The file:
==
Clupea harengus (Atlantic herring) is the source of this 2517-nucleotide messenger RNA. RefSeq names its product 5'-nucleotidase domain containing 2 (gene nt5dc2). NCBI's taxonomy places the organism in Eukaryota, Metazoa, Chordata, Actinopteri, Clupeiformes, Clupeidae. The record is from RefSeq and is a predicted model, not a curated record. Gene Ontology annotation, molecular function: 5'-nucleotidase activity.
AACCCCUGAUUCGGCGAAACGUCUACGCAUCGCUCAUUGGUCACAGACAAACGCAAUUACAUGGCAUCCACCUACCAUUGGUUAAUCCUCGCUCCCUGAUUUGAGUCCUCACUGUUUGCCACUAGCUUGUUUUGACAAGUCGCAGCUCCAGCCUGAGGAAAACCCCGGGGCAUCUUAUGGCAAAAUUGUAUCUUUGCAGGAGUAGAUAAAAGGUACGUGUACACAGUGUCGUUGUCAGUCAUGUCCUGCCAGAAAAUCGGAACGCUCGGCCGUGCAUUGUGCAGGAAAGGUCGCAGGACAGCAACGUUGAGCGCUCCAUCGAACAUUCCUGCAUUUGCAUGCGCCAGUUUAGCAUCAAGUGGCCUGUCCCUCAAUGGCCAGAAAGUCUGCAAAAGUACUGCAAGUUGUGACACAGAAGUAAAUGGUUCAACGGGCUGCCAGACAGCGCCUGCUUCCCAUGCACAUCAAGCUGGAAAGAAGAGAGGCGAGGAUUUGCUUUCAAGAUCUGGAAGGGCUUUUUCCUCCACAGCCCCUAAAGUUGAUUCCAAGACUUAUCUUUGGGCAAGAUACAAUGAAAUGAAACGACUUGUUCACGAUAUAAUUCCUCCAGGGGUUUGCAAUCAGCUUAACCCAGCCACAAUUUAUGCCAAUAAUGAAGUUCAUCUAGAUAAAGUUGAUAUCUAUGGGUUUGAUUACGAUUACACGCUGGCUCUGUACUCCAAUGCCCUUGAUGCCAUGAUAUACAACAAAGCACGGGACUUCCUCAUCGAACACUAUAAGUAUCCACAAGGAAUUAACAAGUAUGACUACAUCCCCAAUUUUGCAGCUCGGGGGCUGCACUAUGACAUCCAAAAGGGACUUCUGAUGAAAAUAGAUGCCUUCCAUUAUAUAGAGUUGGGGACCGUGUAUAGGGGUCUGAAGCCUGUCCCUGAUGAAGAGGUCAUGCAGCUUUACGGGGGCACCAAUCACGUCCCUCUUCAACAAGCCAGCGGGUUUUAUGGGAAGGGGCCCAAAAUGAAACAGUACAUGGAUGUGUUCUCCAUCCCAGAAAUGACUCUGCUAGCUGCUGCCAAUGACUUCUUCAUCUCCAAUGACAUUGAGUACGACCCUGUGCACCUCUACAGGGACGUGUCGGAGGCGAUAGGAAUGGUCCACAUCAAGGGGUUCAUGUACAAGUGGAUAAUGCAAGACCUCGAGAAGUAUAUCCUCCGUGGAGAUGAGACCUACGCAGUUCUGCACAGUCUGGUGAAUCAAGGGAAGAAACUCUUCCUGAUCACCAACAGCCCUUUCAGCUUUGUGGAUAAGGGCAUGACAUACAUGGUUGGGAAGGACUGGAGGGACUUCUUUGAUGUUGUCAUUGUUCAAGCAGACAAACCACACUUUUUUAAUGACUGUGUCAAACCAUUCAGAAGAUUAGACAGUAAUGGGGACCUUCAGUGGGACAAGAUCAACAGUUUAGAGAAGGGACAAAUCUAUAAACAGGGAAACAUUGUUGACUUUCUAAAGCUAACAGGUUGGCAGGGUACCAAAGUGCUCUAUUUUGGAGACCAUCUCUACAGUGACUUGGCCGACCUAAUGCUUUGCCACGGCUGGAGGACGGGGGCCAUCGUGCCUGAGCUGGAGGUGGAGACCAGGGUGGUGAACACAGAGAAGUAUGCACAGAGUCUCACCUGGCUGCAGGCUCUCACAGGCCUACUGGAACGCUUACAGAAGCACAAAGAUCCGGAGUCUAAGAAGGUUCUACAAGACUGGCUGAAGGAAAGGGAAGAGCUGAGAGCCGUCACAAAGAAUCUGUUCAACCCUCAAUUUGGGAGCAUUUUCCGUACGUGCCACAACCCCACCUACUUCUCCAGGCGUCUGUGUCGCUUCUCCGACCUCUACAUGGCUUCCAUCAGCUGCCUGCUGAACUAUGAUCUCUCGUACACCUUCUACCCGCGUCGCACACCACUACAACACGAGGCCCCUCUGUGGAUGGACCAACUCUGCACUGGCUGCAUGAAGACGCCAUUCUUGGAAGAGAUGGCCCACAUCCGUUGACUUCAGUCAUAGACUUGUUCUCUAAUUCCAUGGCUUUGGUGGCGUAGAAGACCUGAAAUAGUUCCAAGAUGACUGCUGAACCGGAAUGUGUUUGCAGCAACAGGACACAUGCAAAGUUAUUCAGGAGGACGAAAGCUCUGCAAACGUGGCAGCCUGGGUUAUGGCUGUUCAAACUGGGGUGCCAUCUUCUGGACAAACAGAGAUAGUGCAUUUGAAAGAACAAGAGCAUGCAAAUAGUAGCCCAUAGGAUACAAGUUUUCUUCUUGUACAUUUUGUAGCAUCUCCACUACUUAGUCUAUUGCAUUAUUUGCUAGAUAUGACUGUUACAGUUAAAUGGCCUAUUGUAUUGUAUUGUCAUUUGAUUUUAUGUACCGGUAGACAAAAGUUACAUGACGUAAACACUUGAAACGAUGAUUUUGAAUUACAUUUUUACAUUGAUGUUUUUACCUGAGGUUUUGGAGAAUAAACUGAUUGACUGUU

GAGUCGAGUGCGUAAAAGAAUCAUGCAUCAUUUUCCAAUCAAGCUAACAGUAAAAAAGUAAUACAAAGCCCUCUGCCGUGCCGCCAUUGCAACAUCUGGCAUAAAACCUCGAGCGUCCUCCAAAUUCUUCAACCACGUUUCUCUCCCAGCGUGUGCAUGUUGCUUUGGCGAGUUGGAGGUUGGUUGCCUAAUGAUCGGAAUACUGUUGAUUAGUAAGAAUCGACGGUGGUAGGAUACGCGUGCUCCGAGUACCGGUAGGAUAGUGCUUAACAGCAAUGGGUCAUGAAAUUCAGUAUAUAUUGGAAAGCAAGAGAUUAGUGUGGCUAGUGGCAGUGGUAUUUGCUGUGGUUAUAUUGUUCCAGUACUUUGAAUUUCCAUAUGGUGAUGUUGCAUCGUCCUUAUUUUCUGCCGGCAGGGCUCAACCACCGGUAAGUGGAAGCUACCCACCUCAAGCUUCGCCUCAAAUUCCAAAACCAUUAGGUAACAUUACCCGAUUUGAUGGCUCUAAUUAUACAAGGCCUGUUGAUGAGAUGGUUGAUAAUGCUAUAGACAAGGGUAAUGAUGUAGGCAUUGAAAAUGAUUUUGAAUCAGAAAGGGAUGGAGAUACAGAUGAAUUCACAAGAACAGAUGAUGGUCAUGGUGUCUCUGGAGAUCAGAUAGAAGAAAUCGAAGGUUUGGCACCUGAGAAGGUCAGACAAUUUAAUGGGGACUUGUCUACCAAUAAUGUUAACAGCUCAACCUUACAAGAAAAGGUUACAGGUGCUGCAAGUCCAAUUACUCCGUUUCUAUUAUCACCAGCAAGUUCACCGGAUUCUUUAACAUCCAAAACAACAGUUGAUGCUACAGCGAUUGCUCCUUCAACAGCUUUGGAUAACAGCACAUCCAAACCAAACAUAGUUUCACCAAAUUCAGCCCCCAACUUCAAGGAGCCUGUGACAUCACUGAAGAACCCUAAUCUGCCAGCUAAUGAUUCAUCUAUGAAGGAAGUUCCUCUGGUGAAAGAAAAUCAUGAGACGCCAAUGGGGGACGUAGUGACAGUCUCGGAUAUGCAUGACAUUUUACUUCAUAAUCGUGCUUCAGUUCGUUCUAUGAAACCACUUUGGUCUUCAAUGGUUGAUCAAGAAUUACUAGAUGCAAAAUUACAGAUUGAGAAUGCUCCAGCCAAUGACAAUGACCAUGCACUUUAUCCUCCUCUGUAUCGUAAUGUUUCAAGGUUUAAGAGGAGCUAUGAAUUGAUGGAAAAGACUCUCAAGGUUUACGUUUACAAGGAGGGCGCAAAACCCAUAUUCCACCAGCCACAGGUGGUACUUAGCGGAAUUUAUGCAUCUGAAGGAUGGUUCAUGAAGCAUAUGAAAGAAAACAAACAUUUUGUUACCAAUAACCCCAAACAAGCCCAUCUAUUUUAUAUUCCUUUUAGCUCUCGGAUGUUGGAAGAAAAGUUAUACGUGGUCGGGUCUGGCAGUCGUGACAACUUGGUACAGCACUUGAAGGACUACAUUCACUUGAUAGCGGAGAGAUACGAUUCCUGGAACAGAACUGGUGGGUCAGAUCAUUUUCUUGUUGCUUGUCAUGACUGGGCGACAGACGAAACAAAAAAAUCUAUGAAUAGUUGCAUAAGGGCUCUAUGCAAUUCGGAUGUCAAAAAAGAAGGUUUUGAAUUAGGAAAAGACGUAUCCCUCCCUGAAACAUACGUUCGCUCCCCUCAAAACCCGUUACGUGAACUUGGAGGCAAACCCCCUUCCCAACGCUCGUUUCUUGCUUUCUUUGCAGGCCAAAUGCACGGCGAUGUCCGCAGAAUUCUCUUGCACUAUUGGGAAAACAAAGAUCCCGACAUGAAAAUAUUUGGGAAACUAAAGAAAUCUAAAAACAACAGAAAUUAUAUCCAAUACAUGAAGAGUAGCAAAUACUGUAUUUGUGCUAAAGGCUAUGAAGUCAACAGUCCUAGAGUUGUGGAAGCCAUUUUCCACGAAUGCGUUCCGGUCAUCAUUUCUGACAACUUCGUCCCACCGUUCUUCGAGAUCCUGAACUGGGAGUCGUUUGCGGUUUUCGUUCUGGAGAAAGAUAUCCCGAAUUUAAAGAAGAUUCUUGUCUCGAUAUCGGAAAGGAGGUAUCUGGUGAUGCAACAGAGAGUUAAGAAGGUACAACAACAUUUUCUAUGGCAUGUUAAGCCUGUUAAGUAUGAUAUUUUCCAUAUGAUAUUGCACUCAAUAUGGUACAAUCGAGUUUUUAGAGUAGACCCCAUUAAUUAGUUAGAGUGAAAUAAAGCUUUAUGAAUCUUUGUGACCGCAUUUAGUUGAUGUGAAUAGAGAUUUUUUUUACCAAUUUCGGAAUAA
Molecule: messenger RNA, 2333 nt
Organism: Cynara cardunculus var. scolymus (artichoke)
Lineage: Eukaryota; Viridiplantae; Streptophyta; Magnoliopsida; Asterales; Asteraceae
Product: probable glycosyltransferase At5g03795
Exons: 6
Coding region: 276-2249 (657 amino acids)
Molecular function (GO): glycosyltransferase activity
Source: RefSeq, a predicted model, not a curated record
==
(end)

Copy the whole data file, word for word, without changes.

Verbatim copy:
Clupea harengus (Atlantic herring) is the source of this 2517-nucleotide messenger RNA. RefSeq names its product 5'-nucleotidase domain containing 2 (gene nt5dc2). NCBI's taxonomy places the organism in Eukaryota, Metazoa, Chordata, Actinopteri, Clupeiformes, Clupeidae. The record is from RefSeq and is a predicted model, not a curated record. Gene Ontology annotation, molecular function: 5'-nucleotidase activity.
AACCCCUGAUUCGGCGAAACGUCUACGCAUCGCUCAUUGGUCACAGACAAACGCAAUUACAUGGCAUCCACCUACCAUUGGUUAAUCCUCGCUCCCUGAUUUGAGUCCUCACUGUUUGCCACUAGCUUGUUUUGACAAGUCGCAGCUCCAGCCUGAGGAAAACCCCGGGGCAUCUUAUGGCAAAAUUGUAUCUUUGCAGGAGUAGAUAAAAGGUACGUGUACACAGUGUCGUUGUCAGUCAUGUCCUGCCAGAAAAUCGGAACGCUCGGCCGUGCAUUGUGCAGGAAAGGUCGCAGGACAGCAACGUUGAGCGCUCCAUCGAACAUUCCUGCAUUUGCAUGCGCCAGUUUAGCAUCAAGUGGCCUGUCCCUCAAUGGCCAGAAAGUCUGCAAAAGUACUGCAAGUUGUGACACAGAAGUAAAUGGUUCAACGGGCUGCCAGACAGCGCCUGCUUCCCAUGCACAUCAAGCUGGAAAGAAGAGAGGCGAGGAUUUGCUUUCAAGAUCUGGAAGGGCUUUUUCCUCCACAGCCCCUAAAGUUGAUUCCAAGACUUAUCUUUGGGCAAGAUACAAUGAAAUGAAACGACUUGUUCACGAUAUAAUUCCUCCAGGGGUUUGCAAUCAGCUUAACCCAGCCACAAUUUAUGCCAAUAAUGAAGUUCAUCUAGAUAAAGUUGAUAUCUAUGGGUUUGAUUACGAUUACACGCUGGCUCUGUACUCCAAUGCCCUUGAUGCCAUGAUAUACAACAAAGCACGGGACUUCCUCAUCGAACACUAUAAGUAUCCACAAGGAAUUAACAAGUAUGACUACAUCCCCAAUUUUGCAGCUCGGGGGCUGCACUAUGACAUCCAAAAGGGACUUCUGAUGAAAAUAGAUGCCUUCCAUUAUAUAGAGUUGGGGACCGUGUAUAGGGGUCUGAAGCCUGUCCCUGAUGAAGAGGUCAUGCAGCUUUACGGGGGCACCAAUCACGUCCCUCUUCAACAAGCCAGCGGGUUUUAUGGGAAGGGGCCCAAAAUGAAACAGUACAUGGAUGUGUUCUCCAUCCCAGAAAUGACUCUGCUAGCUGCUGCCAAUGACUUCUUCAUCUCCAAUGACAUUGAGUACGACCCUGUGCACCUCUACAGGGACGUGUCGGAGGCGAUAGGAAUGGUCCACAUCAAGGGGUUCAUGUACAAGUGGAUAAUGCAAGACCUCGAGAAGUAUAUCCUCCGUGGAGAUGAGACCUACGCAGUUCUGCACAGUCUGGUGAAUCAAGGGAAGAAACUCUUCCUGAUCACCAACAGCCCUUUCAGCUUUGUGGAUAAGGGCAUGACAUACAUGGUUGGGAAGGACUGGAGGGACUUCUUUGAUGUUGUCAUUGUUCAAGCAGACAAACCACACUUUUUUAAUGACUGUGUCAAACCAUUCAGAAGAUUAGACAGUAAUGGGGACCUUCAGUGGGACAAGAUCAACAGUUUAGAGAAGGGACAAAUCUAUAAACAGGGAAACAUUGUUGACUUUCUAAAGCUAACAGGUUGGCAGGGUACCAAAGUGCUCUAUUUUGGAGACCAUCUCUACAGUGACUUGGCCGACCUAAUGCUUUGCCACGGCUGGAGGACGGGGGCCAUCGUGCCUGAGCUGGAGGUGGAGACCAGGGUGGUGAACACAGAGAAGUAUGCACAGAGUCUCACCUGGCUGCAGGCUCUCACAGGCCUACUGGAACGCUUACAGAAGCACAAAGAUCCGGAGUCUAAGAAGGUUCUACAAGACUGGCUGAAGGAAAGGGAAGAGCUGAGAGCCGUCACAAAGAAUCUGUUCAACCCUCAAUUUGGGAGCAUUUUCCGUACGUGCCACAACCCCACCUACUUCUCCAGGCGUCUGUGUCGCUUCUCCGACCUCUACAUGGCUUCCAUCAGCUGCCUGCUGAACUAUGAUCUCUCGUACACCUUCUACCCGCGUCGCACACCACUACAACACGAGGCCCCUCUGUGGAUGGACCAACUCUGCACUGGCUGCAUGAAGACGCCAUUCUUGGAAGAGAUGGCCCACAUCCGUUGACUUCAGUCAUAGACUUGUUCUCUAAUUCCAUGGCUUUGGUGGCGUAGAAGACCUGAAAUAGUUCCAAGAUGACUGCUGAACCGGAAUGUGUUUGCAGCAACAGGACACAUGCAAAGUUAUUCAGGAGGACGAAAGCUCUGCAAACGUGGCAGCCUGGGUUAUGGCUGUUCAAACUGGGGUGCCAUCUUCUGGACAAACAGAGAUAGUGCAUUUGAAAGAACAAGAGCAUGCAAAUAGUAGCCCAUAGGAUACAAGUUUUCUUCUUGUACAUUUUGUAGCAUCUCCACUACUUAGUCUAUUGCAUUAUUUGCUAGAUAUGACUGUUACAGUUAAAUGGCCUAUUGUAUUGUAUUGUCAUUUGAUUUUAUGUACCGGUAGACAAAAGUUACAUGACGUAAACACUUGAAACGAUGAUUUUGAAUUACAUUUUUACAUUGAUGUUUUUACCUGAGGUUUUGGAGAAUAAACUGAUUGACUGUU

GAGUCGAGUGCGUAAAAGAAUCAUGCAUCAUUUUCCAAUCAAGCUAACAGUAAAAAAGUAAUACAAAGCCCUCUGCCGUGCCGCCAUUGCAACAUCUGGCAUAAAACCUCGAGCGUCCUCCAAAUUCUUCAACCACGUUUCUCUCCCAGCGUGUGCAUGUUGCUUUGGCGAGUUGGAGGUUGGUUGCCUAAUGAUCGGAAUACUGUUGAUUAGUAAGAAUCGACGGUGGUAGGAUACGCGUGCUCCGAGUACCGGUAGGAUAGUGCUUAACAGCAAUGGGUCAUGAAAUUCAGUAUAUAUUGGAAAGCAAGAGAUUAGUGUGGCUAGUGGCAGUGGUAUUUGCUGUGGUUAUAUUGUUCCAGUACUUUGAAUUUCCAUAUGGUGAUGUUGCAUCGUCCUUAUUUUCUGCCGGCAGGGCUCAACCACCGGUAAGUGGAAGCUACCCACCUCAAGCUUCGCCUCAAAUUCCAAAACCAUUAGGUAACAUUACCCGAUUUGAUGGCUCUAAUUAUACAAGGCCUGUUGAUGAGAUGGUUGAUAAUGCUAUAGACAAGGGUAAUGAUGUAGGCAUUGAAAAUGAUUUUGAAUCAGAAAGGGAUGGAGAUACAGAUGAAUUCACAAGAACAGAUGAUGGUCAUGGUGUCUCUGGAGAUCAGAUAGAAGAAAUCGAAGGUUUGGCACCUGAGAAGGUCAGACAAUUUAAUGGGGACUUGUCUACCAAUAAUGUUAACAGCUCAACCUUACAAGAAAAGGUUACAGGUGCUGCAAGUCCAAUUACUCCGUUUCUAUUAUCACCAGCAAGUUCACCGGAUUCUUUAACAUCCAAAACAACAGUUGAUGCUACAGCGAUUGCUCCUUCAACAGCUUUGGAUAACAGCACAUCCAAACCAAACAUAGUUUCACCAAAUUCAGCCCCCAACUUCAAGGAGCCUGUGACAUCACUGAAGAACCCUAAUCUGCCAGCUAAUGAUUCAUCUAUGAAGGAAGUUCCUCUGGUGAAAGAAAAUCAUGAGACGCCAAUGGGGGACGUAGUGACAGUCUCGGAUAUGCAUGACAUUUUACUUCAUAAUCGUGCUUCAGUUCGUUCUAUGAAACCACUUUGGUCUUCAAUGGUUGAUCAAGAAUUACUAGAUGCAAAAUUACAGAUUGAGAAUGCUCCAGCCAAUGACAAUGACCAUGCACUUUAUCCUCCUCUGUAUCGUAAUGUUUCAAGGUUUAAGAGGAGCUAUGAAUUGAUGGAAAAGACUCUCAAGGUUUACGUUUACAAGGAGGGCGCAAAACCCAUAUUCCACCAGCCACAGGUGGUACUUAGCGGAAUUUAUGCAUCUGAAGGAUGGUUCAUGAAGCAUAUGAAAGAAAACAAACAUUUUGUUACCAAUAACCCCAAACAAGCCCAUCUAUUUUAUAUUCCUUUUAGCUCUCGGAUGUUGGAAGAAAAGUUAUACGUGGUCGGGUCUGGCAGUCGUGACAACUUGGUACAGCACUUGAAGGACUACAUUCACUUGAUAGCGGAGAGAUACGAUUCCUGGAACAGAACUGGUGGGUCAGAUCAUUUUCUUGUUGCUUGUCAUGACUGGGCGACAGACGAAACAAAAAAAUCUAUGAAUAGUUGCAUAAGGGCUCUAUGCAAUUCGGAUGUCAAAAAAGAAGGUUUUGAAUUAGGAAAAGACGUAUCCCUCCCUGAAACAUACGUUCGCUCCCCUCAAAACCCGUUACGUGAACUUGGAGGCAAACCCCCUUCCCAACGCUCGUUUCUUGCUUUCUUUGCAGGCCAAAUGCACGGCGAUGUCCGCAGAAUUCUCUUGCACUAUUGGGAAAACAAAGAUCCCGACAUGAAAAUAUUUGGGAAACUAAAGAAAUCUAAAAACAACAGAAAUUAUAUCCAAUACAUGAAGAGUAGCAAAUACUGUAUUUGUGCUAAAGGCUAUGAAGUCAACAGUCCUAGAGUUGUGGAAGCCAUUUUCCACGAAUGCGUUCCGGUCAUCAUUUCUGACAACUUCGUCCCACCGUUCUUCGAGAUCCUGAACUGGGAGUCGUUUGCGGUUUUCGUUCUGGAGAAAGAUAUCCCGAAUUUAAAGAAGAUUCUUGUCUCGAUAUCGGAAAGGAGGUAUCUGGUGAUGCAACAGAGAGUUAAGAAGGUACAACAACAUUUUCUAUGGCAUGUUAAGCCUGUUAAGUAUGAUAUUUUCCAUAUGAUAUUGCACUCAAUAUGGUACAAUCGAGUUUUUAGAGUAGACCCCAUUAAUUAGUUAGAGUGAAAUAAAGCUUUAUGAAUCUUUGUGACCGCAUUUAGUUGAUGUGAAUAGAGAUUUUUUUUACCAAUUUCGGAAUAA
Molecule: messenger RNA, 2333 nt
Organism: Cynara cardunculus var. scolymus (artichoke)
Lineage: Eukaryota; Viridiplantae; Streptophyta; Magnoliopsida; Asterales; Asteraceae
Product: probable glycosyltransferase At5g03795
Exons: 6
Coding region: 276-2249 (657 amino acids)
Molecular function (GO): glycosyltransferase activity
Source: RefSeq, a predicted model, not a curated record